Myo-therapy & physical rehabilitation
M: 0448 984 809
What is the therapy?
Myo means "muscle" and myo-therapy is the use of various bodywork techniques to manipulate and correct soft tissue pathologies including myo-fascial restrictions, Trigger points, Stress Points, fibrous adhesions, muscle twitching, tension, knots or muscle weakness.
The techniques used by a myo-therapist can include various specialised massage techniques, passive range of motion, stretches and acupressure.
By using skilled palpation techniques and observing your dog's body language the trained therapist will know how to identify soft tissue problems and will understand what techniques and pressure to employ to resolve areas of concern.
How can I tell if my dog will benefit from myo-therapy?
If your dog has any history of mobility issues, chances are that they will have adapted the way they walk and stand, in order to maintain stability and balance.
Myo-therapy will help to alleviate stress and strain on the compensating limbs & muscles before secondary issues arise or worsen.
You may notice soft tissue problems present themselves in a number of ways:
There are a number of other indicators, and you can contact me to discuss your individual concerns. And it is always advisable to seek veterinary advice in the first instance for an examination and diagnosis to ensure there are no underlying causes of concern.
What is involved in a session?
Myo-therapy sessions are carried out in your home so that the dog is in a safe and familiar environment and can be left to rest after the session.
Appointments can also be arranged in a cinical environment if you prefer.
The initial session will take from 60 - 90 minutes and will consisit of:
Meet & greet
Familiarisation with your pets medical history, temperement, lifetsyle and environment
Gait analysis and observation
Soft Tissue assessment
Myo-therapy and body work
Discussion at the conclusion of the session
Home exercise plan (If advisable)
Follow up sessions will take up to 60 minutes.
I will require a place set up on the floor, with something comfortable for your dog to lie on. There should be space enough to allow me room to move around the dog as I work. Ideally the area should be somewhere that will be free of any distraction for your dog - ie away from other pets, children, food, or foot traffic.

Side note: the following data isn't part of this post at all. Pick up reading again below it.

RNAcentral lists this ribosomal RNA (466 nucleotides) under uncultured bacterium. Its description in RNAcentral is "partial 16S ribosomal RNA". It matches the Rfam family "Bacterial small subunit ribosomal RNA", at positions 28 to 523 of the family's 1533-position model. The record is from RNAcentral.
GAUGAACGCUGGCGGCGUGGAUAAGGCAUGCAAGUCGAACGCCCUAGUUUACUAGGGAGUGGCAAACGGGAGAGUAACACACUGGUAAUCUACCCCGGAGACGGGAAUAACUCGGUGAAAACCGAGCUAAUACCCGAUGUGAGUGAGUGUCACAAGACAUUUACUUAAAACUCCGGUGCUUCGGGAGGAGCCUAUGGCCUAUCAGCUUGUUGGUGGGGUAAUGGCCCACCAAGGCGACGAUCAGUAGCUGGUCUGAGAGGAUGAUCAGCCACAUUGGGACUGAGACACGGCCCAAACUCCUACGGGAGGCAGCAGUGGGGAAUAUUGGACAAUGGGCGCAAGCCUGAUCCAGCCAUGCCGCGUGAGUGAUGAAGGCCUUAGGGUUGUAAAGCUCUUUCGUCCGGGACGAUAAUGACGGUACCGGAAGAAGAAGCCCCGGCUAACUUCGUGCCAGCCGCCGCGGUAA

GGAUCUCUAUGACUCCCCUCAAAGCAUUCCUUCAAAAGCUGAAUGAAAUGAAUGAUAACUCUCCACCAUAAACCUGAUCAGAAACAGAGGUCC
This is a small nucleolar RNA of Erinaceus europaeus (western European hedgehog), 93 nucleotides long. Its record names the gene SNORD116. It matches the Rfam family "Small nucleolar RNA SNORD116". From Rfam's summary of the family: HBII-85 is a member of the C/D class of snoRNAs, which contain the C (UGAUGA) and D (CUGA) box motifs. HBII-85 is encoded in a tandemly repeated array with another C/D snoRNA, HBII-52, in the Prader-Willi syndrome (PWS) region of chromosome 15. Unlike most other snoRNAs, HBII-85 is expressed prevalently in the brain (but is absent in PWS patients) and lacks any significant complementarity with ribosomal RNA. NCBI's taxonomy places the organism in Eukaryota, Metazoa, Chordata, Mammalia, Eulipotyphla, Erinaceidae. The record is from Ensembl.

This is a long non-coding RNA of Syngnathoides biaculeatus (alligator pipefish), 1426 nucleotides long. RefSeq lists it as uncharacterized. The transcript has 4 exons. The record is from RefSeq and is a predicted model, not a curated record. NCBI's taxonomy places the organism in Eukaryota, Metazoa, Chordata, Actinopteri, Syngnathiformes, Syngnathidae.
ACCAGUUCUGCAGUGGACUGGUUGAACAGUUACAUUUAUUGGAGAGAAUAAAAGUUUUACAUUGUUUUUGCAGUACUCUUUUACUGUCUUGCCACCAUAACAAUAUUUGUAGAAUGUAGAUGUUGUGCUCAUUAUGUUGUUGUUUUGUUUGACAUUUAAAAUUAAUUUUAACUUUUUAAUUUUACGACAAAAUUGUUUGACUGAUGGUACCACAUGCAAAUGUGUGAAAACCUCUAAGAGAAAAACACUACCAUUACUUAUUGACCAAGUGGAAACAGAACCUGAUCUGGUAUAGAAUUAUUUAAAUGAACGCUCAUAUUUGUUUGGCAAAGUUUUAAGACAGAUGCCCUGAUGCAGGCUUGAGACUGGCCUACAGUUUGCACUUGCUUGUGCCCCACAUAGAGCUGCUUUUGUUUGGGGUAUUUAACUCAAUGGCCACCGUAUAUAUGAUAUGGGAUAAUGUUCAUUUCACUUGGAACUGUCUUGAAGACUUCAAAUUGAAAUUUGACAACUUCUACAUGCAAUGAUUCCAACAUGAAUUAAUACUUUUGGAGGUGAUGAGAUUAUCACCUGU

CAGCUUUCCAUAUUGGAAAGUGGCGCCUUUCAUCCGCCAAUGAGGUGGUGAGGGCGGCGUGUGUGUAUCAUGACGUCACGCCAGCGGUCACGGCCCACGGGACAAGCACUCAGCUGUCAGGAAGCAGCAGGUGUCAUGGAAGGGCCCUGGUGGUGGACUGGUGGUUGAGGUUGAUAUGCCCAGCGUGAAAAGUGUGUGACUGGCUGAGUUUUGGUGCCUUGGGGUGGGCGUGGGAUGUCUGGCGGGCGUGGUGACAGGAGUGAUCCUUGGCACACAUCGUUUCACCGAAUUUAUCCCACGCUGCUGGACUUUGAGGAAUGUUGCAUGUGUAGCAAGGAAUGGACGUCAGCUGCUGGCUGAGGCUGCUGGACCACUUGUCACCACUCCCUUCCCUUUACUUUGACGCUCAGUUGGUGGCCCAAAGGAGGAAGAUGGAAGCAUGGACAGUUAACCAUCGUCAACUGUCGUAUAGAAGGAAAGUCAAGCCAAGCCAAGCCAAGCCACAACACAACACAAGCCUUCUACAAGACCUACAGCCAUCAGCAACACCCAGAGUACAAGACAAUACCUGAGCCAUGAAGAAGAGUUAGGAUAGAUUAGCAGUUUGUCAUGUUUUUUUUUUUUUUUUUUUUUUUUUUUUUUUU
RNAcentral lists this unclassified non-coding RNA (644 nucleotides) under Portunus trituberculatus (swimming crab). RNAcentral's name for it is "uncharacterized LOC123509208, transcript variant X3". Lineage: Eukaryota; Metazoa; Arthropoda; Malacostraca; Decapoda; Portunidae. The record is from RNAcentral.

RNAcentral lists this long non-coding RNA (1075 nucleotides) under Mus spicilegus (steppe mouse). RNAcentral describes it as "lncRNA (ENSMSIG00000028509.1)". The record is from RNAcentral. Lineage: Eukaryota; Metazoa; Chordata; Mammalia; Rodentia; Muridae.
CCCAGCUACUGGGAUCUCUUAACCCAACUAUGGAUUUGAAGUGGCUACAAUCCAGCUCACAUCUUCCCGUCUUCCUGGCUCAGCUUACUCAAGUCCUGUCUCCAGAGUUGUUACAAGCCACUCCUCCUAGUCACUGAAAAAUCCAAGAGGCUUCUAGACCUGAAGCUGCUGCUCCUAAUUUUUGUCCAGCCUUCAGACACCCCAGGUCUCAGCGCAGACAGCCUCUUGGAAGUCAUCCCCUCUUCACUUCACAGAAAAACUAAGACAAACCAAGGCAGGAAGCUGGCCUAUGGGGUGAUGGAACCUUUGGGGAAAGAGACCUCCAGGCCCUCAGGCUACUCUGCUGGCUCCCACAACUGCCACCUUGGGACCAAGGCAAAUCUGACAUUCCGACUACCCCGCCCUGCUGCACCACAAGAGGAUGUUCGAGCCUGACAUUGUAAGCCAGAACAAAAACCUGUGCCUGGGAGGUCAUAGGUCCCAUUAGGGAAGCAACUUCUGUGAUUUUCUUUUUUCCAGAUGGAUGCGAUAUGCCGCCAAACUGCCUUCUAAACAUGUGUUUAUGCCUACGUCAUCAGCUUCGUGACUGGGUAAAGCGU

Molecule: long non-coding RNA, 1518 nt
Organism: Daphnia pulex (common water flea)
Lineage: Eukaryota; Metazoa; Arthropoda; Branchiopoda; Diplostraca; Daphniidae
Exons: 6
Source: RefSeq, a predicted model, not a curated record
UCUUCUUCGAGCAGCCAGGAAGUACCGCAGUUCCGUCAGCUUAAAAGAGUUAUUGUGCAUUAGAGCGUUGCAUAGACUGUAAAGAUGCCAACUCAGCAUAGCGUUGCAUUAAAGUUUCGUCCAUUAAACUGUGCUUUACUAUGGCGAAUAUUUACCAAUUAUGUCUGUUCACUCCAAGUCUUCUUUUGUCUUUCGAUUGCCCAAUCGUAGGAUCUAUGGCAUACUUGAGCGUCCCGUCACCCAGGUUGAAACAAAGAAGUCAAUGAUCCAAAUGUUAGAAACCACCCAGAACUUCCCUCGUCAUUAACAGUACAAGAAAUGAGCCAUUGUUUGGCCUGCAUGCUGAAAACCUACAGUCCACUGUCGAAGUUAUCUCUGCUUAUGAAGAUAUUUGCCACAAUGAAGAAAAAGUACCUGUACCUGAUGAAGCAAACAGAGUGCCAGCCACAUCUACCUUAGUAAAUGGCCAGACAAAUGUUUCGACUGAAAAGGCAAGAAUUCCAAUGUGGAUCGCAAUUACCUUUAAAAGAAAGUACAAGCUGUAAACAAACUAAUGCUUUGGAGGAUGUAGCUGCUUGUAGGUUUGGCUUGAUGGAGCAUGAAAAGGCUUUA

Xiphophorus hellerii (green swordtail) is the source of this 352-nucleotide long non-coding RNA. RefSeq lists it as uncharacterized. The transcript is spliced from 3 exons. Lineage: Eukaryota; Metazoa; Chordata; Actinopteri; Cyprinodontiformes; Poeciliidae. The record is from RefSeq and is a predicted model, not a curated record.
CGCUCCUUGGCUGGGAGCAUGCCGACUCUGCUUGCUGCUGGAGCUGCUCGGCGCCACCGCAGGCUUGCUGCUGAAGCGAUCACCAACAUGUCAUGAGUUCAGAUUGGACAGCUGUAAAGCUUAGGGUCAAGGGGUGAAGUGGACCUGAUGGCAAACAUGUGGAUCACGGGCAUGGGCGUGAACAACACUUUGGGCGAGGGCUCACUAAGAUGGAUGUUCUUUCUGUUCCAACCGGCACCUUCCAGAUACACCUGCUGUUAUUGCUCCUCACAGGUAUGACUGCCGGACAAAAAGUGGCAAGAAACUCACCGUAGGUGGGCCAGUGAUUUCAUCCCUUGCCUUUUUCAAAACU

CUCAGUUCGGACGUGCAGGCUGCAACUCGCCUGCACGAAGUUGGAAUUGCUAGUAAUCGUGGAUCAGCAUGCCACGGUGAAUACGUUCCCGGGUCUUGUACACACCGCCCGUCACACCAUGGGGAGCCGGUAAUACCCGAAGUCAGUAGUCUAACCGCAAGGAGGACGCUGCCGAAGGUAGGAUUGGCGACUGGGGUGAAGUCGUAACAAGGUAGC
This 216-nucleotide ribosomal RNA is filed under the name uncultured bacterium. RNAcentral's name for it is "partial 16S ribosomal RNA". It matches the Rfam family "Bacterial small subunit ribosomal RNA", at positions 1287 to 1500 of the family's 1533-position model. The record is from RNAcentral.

How many sessions will my dog need?
The number of sessions needed will depend on what condition your dog is presenting with, and wether it is an acute or chronic injury.
As a general guide when working with chronic conditions that need to be managed for the duration of their lives, for example arthritis, cruciate tears, age related symptoms the most effective regime is often 2 - 3 sessions up to a fortnight apart, followed by monthly sessions thereafter. However, progress will be re-evaluated after each session and the length of time between sessions can be adapted as required.
With rehabilitation cases the treatment will be similar to that stated above, with a view to completely tapering off the visits once mobility os restored, to "as and when" maintainence sessions if desired.
Myo-therapy is not a magic bullet treatment, it is a process. However, it can can provide an afforadable way to support the wellbeing of your canine companion, keeping them happy and healthy and by your side for as long as possible.
Please visit my testimonials page, or Facebook page to review what some clients and vets have to say about the benfits of the treatment.
Over time and as a result of a injury or trauma the soft tissue can become tight and inflexible. This also restricts movement of the joints and can aggravate or hasten the onset of arthritis, or lead to further injuries.
What dont I just massage the dog myself?
It takes skill and practice to feel through the fur to identify problems areas, trigger points, changes in temperature, texture and tone, identify and locate specfic muscles. All this while your patient can only communicate with you via their body language.